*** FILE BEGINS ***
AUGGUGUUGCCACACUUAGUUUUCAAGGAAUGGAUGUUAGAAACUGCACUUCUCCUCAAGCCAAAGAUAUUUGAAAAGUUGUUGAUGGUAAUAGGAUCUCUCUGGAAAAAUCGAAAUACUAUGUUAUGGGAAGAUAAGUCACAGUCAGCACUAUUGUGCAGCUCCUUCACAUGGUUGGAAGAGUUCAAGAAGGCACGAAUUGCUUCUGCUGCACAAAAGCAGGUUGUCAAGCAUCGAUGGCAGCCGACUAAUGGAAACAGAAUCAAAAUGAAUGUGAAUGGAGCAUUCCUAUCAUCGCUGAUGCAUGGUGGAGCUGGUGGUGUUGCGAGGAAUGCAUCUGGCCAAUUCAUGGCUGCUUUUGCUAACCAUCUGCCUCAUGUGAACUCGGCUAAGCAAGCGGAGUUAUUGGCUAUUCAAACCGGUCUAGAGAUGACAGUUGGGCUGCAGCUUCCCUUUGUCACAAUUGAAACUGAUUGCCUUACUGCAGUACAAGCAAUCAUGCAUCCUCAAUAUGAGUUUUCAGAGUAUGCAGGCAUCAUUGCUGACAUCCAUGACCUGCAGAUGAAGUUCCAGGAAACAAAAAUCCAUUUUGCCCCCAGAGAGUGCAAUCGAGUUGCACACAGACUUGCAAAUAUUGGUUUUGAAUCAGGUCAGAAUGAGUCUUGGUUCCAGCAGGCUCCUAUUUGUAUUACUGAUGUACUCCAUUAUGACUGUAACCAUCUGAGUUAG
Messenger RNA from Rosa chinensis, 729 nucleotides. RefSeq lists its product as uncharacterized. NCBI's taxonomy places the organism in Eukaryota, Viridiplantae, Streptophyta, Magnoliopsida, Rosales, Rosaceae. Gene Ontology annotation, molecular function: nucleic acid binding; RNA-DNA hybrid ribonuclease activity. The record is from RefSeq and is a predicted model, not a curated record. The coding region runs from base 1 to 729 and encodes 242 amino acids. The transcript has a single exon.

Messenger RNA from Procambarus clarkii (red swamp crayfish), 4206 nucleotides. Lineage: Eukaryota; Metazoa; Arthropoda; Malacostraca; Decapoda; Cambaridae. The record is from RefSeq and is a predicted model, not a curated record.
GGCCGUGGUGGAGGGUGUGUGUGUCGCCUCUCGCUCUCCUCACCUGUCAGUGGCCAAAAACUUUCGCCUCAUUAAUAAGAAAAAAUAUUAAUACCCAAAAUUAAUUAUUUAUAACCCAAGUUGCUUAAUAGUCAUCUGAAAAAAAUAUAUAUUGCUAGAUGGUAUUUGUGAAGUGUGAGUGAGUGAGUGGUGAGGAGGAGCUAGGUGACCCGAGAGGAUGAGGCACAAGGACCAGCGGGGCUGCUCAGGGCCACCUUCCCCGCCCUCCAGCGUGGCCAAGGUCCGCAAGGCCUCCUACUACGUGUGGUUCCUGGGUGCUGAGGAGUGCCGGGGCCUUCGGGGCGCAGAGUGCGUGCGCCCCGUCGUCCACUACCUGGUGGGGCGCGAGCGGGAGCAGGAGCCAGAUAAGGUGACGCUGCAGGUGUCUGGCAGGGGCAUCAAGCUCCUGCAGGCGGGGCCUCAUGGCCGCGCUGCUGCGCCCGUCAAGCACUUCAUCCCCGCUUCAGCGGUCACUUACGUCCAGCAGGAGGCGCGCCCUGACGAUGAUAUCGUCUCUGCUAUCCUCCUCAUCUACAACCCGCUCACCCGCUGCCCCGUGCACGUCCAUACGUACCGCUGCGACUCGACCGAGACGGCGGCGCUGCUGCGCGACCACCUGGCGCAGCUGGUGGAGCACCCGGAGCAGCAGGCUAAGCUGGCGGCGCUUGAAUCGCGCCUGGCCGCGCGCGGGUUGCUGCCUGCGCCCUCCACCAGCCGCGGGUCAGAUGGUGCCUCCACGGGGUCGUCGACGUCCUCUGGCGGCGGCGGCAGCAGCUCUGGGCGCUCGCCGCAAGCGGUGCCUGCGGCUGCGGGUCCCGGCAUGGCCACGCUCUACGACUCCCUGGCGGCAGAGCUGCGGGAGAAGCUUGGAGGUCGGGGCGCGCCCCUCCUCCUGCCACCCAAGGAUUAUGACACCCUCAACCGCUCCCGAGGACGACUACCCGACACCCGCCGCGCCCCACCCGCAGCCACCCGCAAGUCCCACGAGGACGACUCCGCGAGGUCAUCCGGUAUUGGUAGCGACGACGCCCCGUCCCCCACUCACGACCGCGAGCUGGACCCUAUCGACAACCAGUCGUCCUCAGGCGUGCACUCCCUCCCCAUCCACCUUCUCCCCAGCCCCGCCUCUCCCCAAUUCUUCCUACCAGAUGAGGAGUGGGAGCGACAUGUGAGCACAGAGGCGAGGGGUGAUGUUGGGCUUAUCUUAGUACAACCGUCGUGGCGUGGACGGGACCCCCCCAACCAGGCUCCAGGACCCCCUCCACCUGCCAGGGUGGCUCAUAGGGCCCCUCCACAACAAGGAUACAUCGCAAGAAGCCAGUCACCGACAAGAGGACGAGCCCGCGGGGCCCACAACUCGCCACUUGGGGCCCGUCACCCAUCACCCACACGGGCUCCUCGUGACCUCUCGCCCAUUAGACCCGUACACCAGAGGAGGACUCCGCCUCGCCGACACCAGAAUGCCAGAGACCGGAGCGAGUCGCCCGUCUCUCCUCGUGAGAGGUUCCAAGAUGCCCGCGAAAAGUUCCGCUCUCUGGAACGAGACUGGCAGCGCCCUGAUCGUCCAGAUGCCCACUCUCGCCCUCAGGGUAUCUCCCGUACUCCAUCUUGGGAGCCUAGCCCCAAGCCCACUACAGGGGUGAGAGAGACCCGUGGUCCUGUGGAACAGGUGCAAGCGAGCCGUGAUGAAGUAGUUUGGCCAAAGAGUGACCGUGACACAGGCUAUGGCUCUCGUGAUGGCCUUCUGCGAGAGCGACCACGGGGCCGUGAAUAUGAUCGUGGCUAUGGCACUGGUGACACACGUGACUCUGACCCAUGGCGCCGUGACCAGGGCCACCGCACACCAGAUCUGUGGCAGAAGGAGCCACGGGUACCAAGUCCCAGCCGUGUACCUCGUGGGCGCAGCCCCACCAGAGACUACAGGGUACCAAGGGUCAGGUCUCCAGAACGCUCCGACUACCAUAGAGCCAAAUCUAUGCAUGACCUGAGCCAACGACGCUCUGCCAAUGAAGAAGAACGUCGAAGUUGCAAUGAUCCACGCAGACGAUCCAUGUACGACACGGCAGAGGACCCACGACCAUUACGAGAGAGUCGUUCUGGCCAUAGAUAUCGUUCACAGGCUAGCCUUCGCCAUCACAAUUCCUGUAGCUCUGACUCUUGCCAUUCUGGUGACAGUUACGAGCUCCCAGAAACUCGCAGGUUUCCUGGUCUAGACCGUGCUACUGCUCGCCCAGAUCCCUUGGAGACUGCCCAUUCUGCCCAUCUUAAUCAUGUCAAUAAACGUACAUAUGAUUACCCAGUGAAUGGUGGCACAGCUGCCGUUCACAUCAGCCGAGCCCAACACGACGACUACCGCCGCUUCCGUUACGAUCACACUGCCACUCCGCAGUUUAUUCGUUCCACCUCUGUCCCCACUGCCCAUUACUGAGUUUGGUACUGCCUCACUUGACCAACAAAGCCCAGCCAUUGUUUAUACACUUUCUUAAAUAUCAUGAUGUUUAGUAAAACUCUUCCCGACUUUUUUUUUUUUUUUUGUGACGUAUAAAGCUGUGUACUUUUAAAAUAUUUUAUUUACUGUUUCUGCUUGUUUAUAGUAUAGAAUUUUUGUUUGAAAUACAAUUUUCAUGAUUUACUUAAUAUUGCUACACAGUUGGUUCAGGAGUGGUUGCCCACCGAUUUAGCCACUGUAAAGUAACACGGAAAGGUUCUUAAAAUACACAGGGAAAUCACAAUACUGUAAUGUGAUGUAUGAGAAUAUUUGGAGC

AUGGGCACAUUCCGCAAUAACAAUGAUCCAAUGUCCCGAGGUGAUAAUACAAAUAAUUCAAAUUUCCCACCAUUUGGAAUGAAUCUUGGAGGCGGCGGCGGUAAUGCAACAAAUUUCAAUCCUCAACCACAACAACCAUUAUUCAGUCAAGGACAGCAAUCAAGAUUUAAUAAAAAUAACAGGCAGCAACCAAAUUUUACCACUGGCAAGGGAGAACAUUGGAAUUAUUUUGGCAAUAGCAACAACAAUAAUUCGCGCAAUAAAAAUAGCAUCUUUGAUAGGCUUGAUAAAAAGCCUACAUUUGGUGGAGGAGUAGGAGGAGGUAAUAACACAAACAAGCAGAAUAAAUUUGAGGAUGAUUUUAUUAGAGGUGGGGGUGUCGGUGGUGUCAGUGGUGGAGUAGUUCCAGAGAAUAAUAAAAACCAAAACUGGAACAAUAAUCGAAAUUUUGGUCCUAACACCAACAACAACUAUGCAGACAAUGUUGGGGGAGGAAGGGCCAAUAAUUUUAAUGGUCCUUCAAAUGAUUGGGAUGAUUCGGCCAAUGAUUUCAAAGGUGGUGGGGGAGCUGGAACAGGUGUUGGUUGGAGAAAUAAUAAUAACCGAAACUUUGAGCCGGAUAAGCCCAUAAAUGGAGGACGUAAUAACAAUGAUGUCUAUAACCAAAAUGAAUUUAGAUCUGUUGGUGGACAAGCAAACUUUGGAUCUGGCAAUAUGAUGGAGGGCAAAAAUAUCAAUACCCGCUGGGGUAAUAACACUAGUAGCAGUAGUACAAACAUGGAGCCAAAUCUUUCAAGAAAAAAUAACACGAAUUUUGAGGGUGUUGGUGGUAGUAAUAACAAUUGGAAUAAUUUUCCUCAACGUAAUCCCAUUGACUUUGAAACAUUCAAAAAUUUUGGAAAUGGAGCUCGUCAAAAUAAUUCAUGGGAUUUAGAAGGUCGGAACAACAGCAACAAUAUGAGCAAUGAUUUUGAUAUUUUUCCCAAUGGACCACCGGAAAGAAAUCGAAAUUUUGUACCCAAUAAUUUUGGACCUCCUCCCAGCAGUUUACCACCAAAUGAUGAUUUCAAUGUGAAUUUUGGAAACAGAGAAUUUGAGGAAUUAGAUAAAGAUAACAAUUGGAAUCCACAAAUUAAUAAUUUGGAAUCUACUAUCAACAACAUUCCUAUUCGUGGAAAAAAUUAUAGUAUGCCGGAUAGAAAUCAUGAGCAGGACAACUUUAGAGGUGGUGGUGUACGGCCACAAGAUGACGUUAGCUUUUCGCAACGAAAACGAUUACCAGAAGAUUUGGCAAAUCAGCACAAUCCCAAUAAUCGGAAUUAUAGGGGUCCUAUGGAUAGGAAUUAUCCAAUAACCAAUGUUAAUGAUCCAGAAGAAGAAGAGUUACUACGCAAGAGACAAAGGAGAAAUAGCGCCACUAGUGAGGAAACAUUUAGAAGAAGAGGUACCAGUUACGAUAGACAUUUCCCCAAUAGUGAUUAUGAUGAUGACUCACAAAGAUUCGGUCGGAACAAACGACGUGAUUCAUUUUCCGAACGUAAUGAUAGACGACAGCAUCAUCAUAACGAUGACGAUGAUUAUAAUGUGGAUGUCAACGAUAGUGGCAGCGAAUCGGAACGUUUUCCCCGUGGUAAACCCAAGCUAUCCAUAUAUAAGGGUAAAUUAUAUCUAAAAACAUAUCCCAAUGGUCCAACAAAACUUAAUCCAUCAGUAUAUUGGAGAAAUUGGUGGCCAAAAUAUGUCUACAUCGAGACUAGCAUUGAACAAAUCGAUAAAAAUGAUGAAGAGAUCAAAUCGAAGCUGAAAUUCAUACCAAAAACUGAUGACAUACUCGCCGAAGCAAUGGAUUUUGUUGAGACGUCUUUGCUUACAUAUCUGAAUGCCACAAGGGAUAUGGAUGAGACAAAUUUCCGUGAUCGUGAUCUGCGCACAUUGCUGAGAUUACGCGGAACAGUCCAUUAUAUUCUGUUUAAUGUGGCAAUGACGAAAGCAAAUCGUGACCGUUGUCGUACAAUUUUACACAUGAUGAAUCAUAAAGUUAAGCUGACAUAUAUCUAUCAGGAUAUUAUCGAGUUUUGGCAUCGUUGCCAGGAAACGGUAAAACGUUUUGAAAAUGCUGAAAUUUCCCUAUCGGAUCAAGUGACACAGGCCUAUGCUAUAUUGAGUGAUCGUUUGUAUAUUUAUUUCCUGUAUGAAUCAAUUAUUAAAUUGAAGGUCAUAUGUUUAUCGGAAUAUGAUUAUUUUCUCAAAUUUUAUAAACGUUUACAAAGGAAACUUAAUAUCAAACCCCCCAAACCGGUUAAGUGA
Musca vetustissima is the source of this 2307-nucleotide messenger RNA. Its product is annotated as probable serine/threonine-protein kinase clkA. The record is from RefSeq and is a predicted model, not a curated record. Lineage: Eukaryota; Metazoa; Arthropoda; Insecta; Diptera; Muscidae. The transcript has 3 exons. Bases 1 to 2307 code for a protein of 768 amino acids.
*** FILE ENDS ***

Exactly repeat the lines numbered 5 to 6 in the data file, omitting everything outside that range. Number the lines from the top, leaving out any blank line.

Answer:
AUGGGCACAUUCCGCAAUAACAAUGAUCCAAUGUCCCGAGGUGAUAAUACAAAUAAUUCAAAUUUCCCACCAUUUGGAAUGAAUCUUGGAGGCGGCGGCGGUAAUGCAACAAAUUUCAAUCCUCAACCACAACAACCAUUAUUCAGUCAAGGACAGCAAUCAAGAUUUAAUAAAAAUAACAGGCAGCAACCAAAUUUUACCACUGGCAAGGGAGAACAUUGGAAUUAUUUUGGCAAUAGCAACAACAAUAAUUCGCGCAAUAAAAAUAGCAUCUUUGAUAGGCUUGAUAAAAAGCCUACAUUUGGUGGAGGAGUAGGAGGAGGUAAUAACACAAACAAGCAGAAUAAAUUUGAGGAUGAUUUUAUUAGAGGUGGGGGUGUCGGUGGUGUCAGUGGUGGAGUAGUUCCAGAGAAUAAUAAAAACCAAAACUGGAACAAUAAUCGAAAUUUUGGUCCUAACACCAACAACAACUAUGCAGACAAUGUUGGGGGAGGAAGGGCCAAUAAUUUUAAUGGUCCUUCAAAUGAUUGGGAUGAUUCGGCCAAUGAUUUCAAAGGUGGUGGGGGAGCUGGAACAGGUGUUGGUUGGAGAAAUAAUAAUAACCGAAACUUUGAGCCGGAUAAGCCCAUAAAUGGAGGACGUAAUAACAAUGAUGUCUAUAACCAAAAUGAAUUUAGAUCUGUUGGUGGACAAGCAAACUUUGGAUCUGGCAAUAUGAUGGAGGGCAAAAAUAUCAAUACCCGCUGGGGUAAUAACACUAGUAGCAGUAGUACAAACAUGGAGCCAAAUCUUUCAAGAAAAAAUAACACGAAUUUUGAGGGUGUUGGUGGUAGUAAUAACAAUUGGAAUAAUUUUCCUCAACGUAAUCCCAUUGACUUUGAAACAUUCAAAAAUUUUGGAAAUGGAGCUCGUCAAAAUAAUUCAUGGGAUUUAGAAGGUCGGAACAACAGCAACAAUAUGAGCAAUGAUUUUGAUAUUUUUCCCAAUGGACCACCGGAAAGAAAUCGAAAUUUUGUACCCAAUAAUUUUGGACCUCCUCCCAGCAGUUUACCACCAAAUGAUGAUUUCAAUGUGAAUUUUGGAAACAGAGAAUUUGAGGAAUUAGAUAAAGAUAACAAUUGGAAUCCACAAAUUAAUAAUUUGGAAUCUACUAUCAACAACAUUCCUAUUCGUGGAAAAAAUUAUAGUAUGCCGGAUAGAAAUCAUGAGCAGGACAACUUUAGAGGUGGUGGUGUACGGCCACAAGAUGACGUUAGCUUUUCGCAACGAAAACGAUUACCAGAAGAUUUGGCAAAUCAGCACAAUCCCAAUAAUCGGAAUUAUAGGGGUCCUAUGGAUAGGAAUUAUCCAAUAACCAAUGUUAAUGAUCCAGAAGAAGAAGAGUUACUACGCAAGAGACAAAGGAGAAAUAGCGCCACUAGUGAGGAAACAUUUAGAAGAAGAGGUACCAGUUACGAUAGACAUUUCCCCAAUAGUGAUUAUGAUGAUGACUCACAAAGAUUCGGUCGGAACAAACGACGUGAUUCAUUUUCCGAACGUAAUGAUAGACGACAGCAUCAUCAUAACGAUGACGAUGAUUAUAAUGUGGAUGUCAACGAUAGUGGCAGCGAAUCGGAACGUUUUCCCCGUGGUAAACCCAAGCUAUCCAUAUAUAAGGGUAAAUUAUAUCUAAAAACAUAUCCCAAUGGUCCAACAAAACUUAAUCCAUCAGUAUAUUGGAGAAAUUGGUGGCCAAAAUAUGUCUACAUCGAGACUAGCAUUGAACAAAUCGAUAAAAAUGAUGAAGAGAUCAAAUCGAAGCUGAAAUUCAUACCAAAAACUGAUGACAUACUCGCCGAAGCAAUGGAUUUUGUUGAGACGUCUUUGCUUACAUAUCUGAAUGCCACAAGGGAUAUGGAUGAGACAAAUUUCCGUGAUCGUGAUCUGCGCACAUUGCUGAGAUUACGCGGAACAGUCCAUUAUAUUCUGUUUAAUGUGGCAAUGACGAAAGCAAAUCGUGACCGUUGUCGUACAAUUUUACACAUGAUGAAUCAUAAAGUUAAGCUGACAUAUAUCUAUCAGGAUAUUAUCGAGUUUUGGCAUCGUUGCCAGGAAACGGUAAAACGUUUUGAAAAUGCUGAAAUUUCCCUAUCGGAUCAAGUGACACAGGCCUAUGCUAUAUUGAGUGAUCGUUUGUAUAUUUAUUUCCUGUAUGAAUCAAUUAUUAAAUUGAAGGUCAUAUGUUUAUCGGAAUAUGAUUAUUUUCUCAAAUUUUAUAAACGUUUACAAAGGAAACUUAAUAUCAAACCCCCCAAACCGGUUAAGUGA
Musca vetustissima is the source of this 2307-nucleotide messenger RNA. Its product is annotated as probable serine/threonine-protein kinase clkA. The record is from RefSeq and is a predicted model, not a curated record. Lineage: Eukaryota; Metazoa; Arthropoda; Insecta; Diptera; Muscidae. The transcript has 3 exons. Bases 1 to 2307 code for a protein of 768 amino acids.